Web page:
Memory is such a strange thing. If you ask three different people to describe a certain event, there is no doubt that you will have three different answers. It happened today over lunch: my dad, my sister and I were recalling the morning of September 11, 2001. I don’t want to detail any of those events here, suffice it to say if there was one day I would like to never revisit, it would be that one. What I found interesting in the conversation we had is that each of us remembered different things about that morning: phone calls, emails, meeting as a family at my sister’s house – but we all agreed that the details have become more and more blurry as the years pass. I often see bumper stickers that say something to the affect of “9/11 – we will never forget” but the irony in those stickers is that forgetting is inevitable – we just do.
It got me thinking about things that happened in my past and how those memories that struck me at the time as so very important have faded over time. Like the memory of my second grade teacher, Mrs. Levin, and how she instilled in me a love of reading; but mostly it started with a game she played where we got prizes for the number of books we read. I really just wanted the prizes, never realizing until much later that my love of books would be the true prize. There’s the memory of being 16 and having my heart broken for the first time. Really and truly broken. Oh, the angst…I can almost reach out and touch it if I think about it too much – but dragging out those memories has become harder over time for me.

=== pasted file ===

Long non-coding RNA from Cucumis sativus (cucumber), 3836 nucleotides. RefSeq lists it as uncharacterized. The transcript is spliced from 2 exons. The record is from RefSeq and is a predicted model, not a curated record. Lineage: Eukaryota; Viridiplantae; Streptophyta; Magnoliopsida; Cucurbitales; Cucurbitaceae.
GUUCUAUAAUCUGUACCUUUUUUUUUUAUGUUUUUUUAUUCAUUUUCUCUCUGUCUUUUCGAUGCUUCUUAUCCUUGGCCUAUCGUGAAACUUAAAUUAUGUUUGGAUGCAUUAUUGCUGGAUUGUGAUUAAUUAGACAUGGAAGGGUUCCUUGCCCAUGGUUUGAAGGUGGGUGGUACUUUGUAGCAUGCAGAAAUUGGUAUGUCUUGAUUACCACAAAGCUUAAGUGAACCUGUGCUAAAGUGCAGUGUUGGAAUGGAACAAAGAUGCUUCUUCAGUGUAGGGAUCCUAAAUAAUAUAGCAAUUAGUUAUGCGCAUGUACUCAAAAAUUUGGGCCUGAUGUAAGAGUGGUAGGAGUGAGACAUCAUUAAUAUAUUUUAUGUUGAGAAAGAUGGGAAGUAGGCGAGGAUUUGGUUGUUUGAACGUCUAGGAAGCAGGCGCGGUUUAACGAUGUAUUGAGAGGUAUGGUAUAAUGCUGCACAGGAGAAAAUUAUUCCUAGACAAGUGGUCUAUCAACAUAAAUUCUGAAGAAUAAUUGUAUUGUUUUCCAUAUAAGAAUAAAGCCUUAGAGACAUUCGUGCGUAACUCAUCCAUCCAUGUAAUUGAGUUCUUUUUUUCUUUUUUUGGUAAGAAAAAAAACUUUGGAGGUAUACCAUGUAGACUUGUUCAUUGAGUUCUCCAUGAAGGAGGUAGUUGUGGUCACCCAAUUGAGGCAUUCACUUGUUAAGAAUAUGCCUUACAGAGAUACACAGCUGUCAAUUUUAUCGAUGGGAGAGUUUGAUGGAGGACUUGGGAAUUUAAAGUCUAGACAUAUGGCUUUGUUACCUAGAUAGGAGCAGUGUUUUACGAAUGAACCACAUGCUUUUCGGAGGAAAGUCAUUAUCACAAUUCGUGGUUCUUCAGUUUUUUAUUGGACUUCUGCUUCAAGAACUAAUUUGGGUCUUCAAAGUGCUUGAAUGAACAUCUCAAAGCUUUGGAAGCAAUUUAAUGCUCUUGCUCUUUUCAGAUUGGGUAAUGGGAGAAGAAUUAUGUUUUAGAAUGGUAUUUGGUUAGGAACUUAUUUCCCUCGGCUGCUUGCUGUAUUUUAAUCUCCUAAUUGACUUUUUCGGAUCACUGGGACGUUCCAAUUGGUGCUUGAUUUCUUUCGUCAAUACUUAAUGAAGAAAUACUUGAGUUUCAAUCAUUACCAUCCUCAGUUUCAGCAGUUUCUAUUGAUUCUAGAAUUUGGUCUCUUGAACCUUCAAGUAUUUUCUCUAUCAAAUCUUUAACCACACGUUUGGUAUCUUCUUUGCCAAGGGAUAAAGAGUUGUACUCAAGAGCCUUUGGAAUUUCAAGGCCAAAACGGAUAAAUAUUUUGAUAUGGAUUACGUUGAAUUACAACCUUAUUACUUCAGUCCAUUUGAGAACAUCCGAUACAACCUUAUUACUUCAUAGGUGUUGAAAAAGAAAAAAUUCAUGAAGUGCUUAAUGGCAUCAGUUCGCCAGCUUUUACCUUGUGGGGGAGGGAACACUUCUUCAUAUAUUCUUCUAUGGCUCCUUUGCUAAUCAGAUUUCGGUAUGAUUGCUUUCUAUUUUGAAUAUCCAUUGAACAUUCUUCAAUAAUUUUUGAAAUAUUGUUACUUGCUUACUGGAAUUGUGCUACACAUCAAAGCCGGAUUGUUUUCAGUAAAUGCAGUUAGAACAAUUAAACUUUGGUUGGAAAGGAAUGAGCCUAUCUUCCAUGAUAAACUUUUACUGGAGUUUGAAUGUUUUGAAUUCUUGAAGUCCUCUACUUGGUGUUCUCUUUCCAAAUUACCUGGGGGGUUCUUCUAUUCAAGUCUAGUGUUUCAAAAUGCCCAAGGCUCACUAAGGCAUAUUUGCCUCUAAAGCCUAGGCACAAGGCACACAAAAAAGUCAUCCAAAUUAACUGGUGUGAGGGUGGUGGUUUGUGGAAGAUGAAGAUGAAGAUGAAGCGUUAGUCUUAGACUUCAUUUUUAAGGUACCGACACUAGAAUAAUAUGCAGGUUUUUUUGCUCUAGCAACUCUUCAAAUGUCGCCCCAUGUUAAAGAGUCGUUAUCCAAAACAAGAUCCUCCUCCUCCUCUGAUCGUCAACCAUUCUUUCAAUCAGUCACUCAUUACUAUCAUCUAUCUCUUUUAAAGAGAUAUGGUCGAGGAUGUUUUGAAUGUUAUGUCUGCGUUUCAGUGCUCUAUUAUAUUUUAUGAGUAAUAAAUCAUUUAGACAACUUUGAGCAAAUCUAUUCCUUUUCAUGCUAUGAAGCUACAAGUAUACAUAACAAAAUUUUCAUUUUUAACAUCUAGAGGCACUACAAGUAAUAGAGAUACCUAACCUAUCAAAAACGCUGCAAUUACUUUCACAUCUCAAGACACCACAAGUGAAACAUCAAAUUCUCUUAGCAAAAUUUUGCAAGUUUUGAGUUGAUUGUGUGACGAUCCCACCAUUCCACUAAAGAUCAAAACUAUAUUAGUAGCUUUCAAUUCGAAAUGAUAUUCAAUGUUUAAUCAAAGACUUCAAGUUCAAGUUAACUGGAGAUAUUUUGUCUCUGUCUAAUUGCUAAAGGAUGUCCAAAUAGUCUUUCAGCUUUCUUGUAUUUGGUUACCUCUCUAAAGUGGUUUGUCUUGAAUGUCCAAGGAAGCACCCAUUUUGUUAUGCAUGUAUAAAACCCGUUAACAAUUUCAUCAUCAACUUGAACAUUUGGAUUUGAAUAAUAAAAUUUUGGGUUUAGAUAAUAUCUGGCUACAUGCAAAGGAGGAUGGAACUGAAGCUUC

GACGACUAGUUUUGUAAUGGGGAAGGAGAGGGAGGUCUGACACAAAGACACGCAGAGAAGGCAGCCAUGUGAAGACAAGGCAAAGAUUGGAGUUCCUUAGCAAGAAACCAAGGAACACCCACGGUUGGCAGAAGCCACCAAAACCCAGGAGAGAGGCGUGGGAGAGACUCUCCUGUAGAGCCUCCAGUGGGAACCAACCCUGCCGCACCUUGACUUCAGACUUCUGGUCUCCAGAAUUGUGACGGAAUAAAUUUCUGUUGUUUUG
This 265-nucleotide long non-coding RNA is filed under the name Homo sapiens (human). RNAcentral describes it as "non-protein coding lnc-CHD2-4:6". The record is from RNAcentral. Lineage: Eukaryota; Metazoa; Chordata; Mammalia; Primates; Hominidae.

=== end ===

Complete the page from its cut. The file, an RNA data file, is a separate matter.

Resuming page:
I wish I could remember the sound of my grandmother Bloom’s voice – she lost her voice box to throat cancer and the last seven years of her life were spent speaking through a stoma in her throat. But I can still hear my grandfather saying, “Katerino!” (he would draw out the last O for what seemed like minutes) whenever I arrived to visit – I can hear that voice like he’s in the next room even though he’s been gone almost 10 years. I wish I could remember exactly what happened the night I met my husband…bits of it are as clear as day, but not everything. And the one that has always baffled me are the memories of childbirth. I always say that if women remembered everything, we’d all only have one child – but there are moments from both of my girls’ births that are fuzzy at best.
Among other issues, my mother has some sort of dementia. Her memory is different from day to day and while now she is very lucid, it’s unclear how that will progress. I can’t think about memory without thinking about how she must feel and how scary it must be to actually lose memories. Because, even though I struggle with the details of them, I can still remember important things. The brain doesn’t seem to be very picky about what we remember or what we don’t. I have as much trouble fetching the fantastic memories as I do the ones I’d rather leave forgotten. I suppose after so many years of life the brain is so full of memories it squeezes out the old to make room for the new.